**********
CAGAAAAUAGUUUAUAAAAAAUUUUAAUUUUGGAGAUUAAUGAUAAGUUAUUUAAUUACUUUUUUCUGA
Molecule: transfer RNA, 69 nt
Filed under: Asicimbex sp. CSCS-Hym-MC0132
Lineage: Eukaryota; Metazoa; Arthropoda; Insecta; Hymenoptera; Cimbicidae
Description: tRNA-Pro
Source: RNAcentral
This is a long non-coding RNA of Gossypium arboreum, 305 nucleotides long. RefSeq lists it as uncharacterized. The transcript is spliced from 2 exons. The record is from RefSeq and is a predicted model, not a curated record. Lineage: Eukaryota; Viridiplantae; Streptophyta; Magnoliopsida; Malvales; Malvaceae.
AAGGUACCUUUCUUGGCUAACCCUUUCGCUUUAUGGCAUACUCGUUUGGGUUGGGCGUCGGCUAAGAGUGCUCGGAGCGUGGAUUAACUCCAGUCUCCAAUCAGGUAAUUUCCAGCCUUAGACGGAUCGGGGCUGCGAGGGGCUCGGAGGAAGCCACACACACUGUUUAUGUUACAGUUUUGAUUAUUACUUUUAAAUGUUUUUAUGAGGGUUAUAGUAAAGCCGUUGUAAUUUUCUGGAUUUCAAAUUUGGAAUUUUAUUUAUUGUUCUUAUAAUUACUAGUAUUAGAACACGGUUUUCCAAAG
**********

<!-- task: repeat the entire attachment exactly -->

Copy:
CAGAAAAUAGUUUAUAAAAAAUUUUAAUUUUGGAGAUUAAUGAUAAGUUAUUUAAUUACUUUUUUCUGA
Molecule: transfer RNA, 69 nt
Filed under: Asicimbex sp. CSCS-Hym-MC0132
Lineage: Eukaryota; Metazoa; Arthropoda; Insecta; Hymenoptera; Cimbicidae
Description: tRNA-Pro
Source: RNAcentral
This is a long non-coding RNA of Gossypium arboreum, 305 nucleotides long. RefSeq lists it as uncharacterized. The transcript is spliced from 2 exons. The record is from RefSeq and is a predicted model, not a curated record. Lineage: Eukaryota; Viridiplantae; Streptophyta; Magnoliopsida; Malvales; Malvaceae.
AAGGUACCUUUCUUGGCUAACCCUUUCGCUUUAUGGCAUACUCGUUUGGGUUGGGCGUCGGCUAAGAGUGCUCGGAGCGUGGAUUAACUCCAGUCUCCAAUCAGGUAAUUUCCAGCCUUAGACGGAUCGGGGCUGCGAGGGGCUCGGAGGAAGCCACACACACUGUUUAUGUUACAGUUUUGAUUAUUACUUUUAAAUGUUUUUAUGAGGGUUAUAGUAAAGCCGUUGUAAUUUUCUGGAUUUCAAAUUUGGAAUUUUAUUUAUUGUUCUUAUAAUUACUAGUAUUAGAACACGGUUUUCCAAAG